Causes of Colon Cancer
Colorectal cancer occurs in roughly 5 percent of people with a normal risk of having the disease.
There is no known risk of passing on genetic alterations that cause colon cancer from one generation to the next since the vast majority of cases (about 95%) are considered sporadic, which means the changes in DNA occur by chance after birth.
Approximately 5–10% of colorectal tumors are inherited, meaning they are caused by alterations or mutations in genes handed down through families.
Individuals with a family record of colon or rectal cancer but no known genetic disease-account for an additional 10% to 15% of all colorectal cancer diagnoses.
A person’s chance of acquiring colorectal cancer may be increased, however, by the following:
Early-onset cases of colorectal cancer are on the rise, although the vast majority of those diagnosed with the illness are still over 50.
Personal or family history
One’s risk of developing this kind of cancer increases if they have had polyps (abnormal growths) in their colon or rectum.
Polyps that are large, numerous, or composed of aberrant but noncancerous cells are particularly worrying (dysplasia).
Colorectal cancer runs in families, so that’s another factor.
One in three persons with colon or rectal cancer has a close relative who also has the illness.
Even if you were cured of colorectal cancer in the past, your risk of developing the disease again increases if you have had it before.
Type 2 diabetes
People with this kind of non-insulin-dependent diabetes have a worse prognosis after being diagnosed and are at an increased risk of developing colon and rectal cancer
Inflammatory bowel disease (IBD)
Chronic inflammation of the large intestine is a possible complication of IBD, such as ulcerative colitis or Crohn’s disease.
The chance of developing colorectal cancer is raised as a result. You are not more likely to get colorectal cancer if you have IBS.
Adenomatous polyps (adenomas)
While polyps themselves are not cancerous, some forms of polyps, known as adenomas, have been linked as precursor of colorectal cancer.
During a colonoscopy, in which the doctor peers into the colon using a lighted tube while the patient is under anesthesia, polyps are typically surgically removed.
Removing polyps from the colon reduces the risk of developing colorectal cancer.
Adenoma patients must frequently be screened for colorectal cancer and other polyps since they have a higher chance of developing these diseases.
Familial adenomatous polyposis (FAP), attenuated FAP (AFAP), and Gardner syndrome
These diseases are linked to the transmission of a faulty APC gene. When operating correctly, APC acts as a growth checkpoint for cells.
When mutated, it contributes to a chain of biochemical events that may cause hundreds of polyps in the colon to develop into cancer.
Lynch syndrome (hereditary non-polyposis colon cancer, or HNPCC)
Many types of cancer, such as colorectal cancer, are more likely to develop in people with this hereditary cancer syndrome.
Usually, mutations occur in MLH1, MSH2, MSH6, PMS2, or EPCAM. DNA repair relies on these genes.
Once mutated, they lose their ability to protect against cancer-causing mutations.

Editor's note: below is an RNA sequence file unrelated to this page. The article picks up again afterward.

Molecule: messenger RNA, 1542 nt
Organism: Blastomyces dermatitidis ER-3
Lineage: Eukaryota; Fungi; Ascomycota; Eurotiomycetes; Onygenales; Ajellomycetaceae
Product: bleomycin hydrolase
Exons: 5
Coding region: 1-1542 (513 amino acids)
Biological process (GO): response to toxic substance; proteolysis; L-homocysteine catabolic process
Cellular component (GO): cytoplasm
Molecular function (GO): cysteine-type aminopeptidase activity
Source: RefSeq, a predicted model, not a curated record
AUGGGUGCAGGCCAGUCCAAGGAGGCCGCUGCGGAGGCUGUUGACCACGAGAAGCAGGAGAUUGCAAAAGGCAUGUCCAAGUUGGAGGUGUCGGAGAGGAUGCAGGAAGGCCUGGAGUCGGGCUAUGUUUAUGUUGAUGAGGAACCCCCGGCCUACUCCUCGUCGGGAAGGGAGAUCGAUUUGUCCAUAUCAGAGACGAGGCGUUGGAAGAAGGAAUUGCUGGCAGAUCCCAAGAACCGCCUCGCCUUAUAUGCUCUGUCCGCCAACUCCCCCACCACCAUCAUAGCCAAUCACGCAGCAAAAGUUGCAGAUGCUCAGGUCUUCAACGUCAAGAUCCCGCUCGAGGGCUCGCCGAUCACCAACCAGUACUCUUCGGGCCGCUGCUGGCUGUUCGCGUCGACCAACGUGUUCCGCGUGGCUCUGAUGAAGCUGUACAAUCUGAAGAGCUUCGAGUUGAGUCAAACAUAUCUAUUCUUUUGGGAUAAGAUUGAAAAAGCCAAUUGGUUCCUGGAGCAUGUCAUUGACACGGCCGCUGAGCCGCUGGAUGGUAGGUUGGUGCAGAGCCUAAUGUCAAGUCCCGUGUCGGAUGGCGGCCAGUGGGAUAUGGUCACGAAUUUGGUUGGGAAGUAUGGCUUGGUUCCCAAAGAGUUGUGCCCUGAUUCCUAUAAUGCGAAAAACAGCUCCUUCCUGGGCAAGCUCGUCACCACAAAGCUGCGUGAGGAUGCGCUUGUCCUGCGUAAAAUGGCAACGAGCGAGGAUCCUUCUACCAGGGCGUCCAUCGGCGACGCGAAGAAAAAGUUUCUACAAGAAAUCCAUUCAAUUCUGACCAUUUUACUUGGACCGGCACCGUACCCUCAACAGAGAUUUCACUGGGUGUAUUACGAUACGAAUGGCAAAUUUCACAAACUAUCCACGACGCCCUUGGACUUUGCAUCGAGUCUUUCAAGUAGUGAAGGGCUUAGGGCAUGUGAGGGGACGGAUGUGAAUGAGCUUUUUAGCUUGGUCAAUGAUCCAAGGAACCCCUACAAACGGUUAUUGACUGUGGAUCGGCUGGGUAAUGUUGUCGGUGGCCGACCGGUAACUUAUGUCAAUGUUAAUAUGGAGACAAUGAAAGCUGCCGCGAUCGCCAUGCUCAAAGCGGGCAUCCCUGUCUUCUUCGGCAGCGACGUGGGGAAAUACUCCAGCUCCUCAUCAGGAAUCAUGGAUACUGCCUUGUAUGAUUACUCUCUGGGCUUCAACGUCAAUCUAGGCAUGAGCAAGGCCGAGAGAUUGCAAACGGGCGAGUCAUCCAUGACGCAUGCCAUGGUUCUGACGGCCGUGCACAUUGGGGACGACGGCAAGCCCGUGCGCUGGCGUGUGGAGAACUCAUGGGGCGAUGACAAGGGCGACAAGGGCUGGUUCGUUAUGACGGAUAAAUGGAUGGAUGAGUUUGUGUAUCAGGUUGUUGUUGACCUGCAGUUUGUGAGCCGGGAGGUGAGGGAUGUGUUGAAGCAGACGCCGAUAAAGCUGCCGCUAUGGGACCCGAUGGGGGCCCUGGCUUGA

Most occurrences of this syndrome are caused by mutations in the STK11 gene (also called LKB1). Unaltered, the gene inhibits fast and unchecked cell division.
Colorectal polyps, which may develop into cancer if left unchecked, result from this unchecked proliferation.
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Overweight or obesity
Weight problems, especially obesity, are associated with an increased chance of developing and passing away from colorectal cancer.
People who are overweight are more likely to get colon and rectal cancer, and the association seems to be greater in males than in women. Maintaining a healthy body weight may help reduce your risk.
In recent studies, eating a lot of red meat or processed meat has been linked to an increased risk of cancer.
Researchers have also looked at whether or not other dietary variables influence the risk of colorectal cancer.
However, there is less conclusive evidence that specific diets or foods increase or decrease that risk.
Long-time tobacco users risk developing and passing away from colorectal cancer more than non-users.
Although smoking is most often associated with lung cancer, it also increases the risk of many other types of malignancy
There is a correlation between high or chronic alcohol use and an increased risk of colorectal cancer.
Alcohol has risks at any level of use, including moderate drinking. Stay away from booze if at all possible.
Men shouldn’t have more than two drinks daily, while women shouldn’t have more than one. The chance of developing some types of cancer may be reduced due to this.
Colorectal cancer is a consequence of damage to a cell’s DNA, resulting in genetic abnormalities called mutations.
Just a tiny fraction of colorectal cancer-causing mutations are inherited.
However, most are acquired, indicating they emerge later in life due to exposure to or choice of activities in the environment.
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Colorectal cancer occurs in roughly 5 percent of people with a normal risk of having the disease. There is no known risk of passing on genetic alterations that cause colon cancer.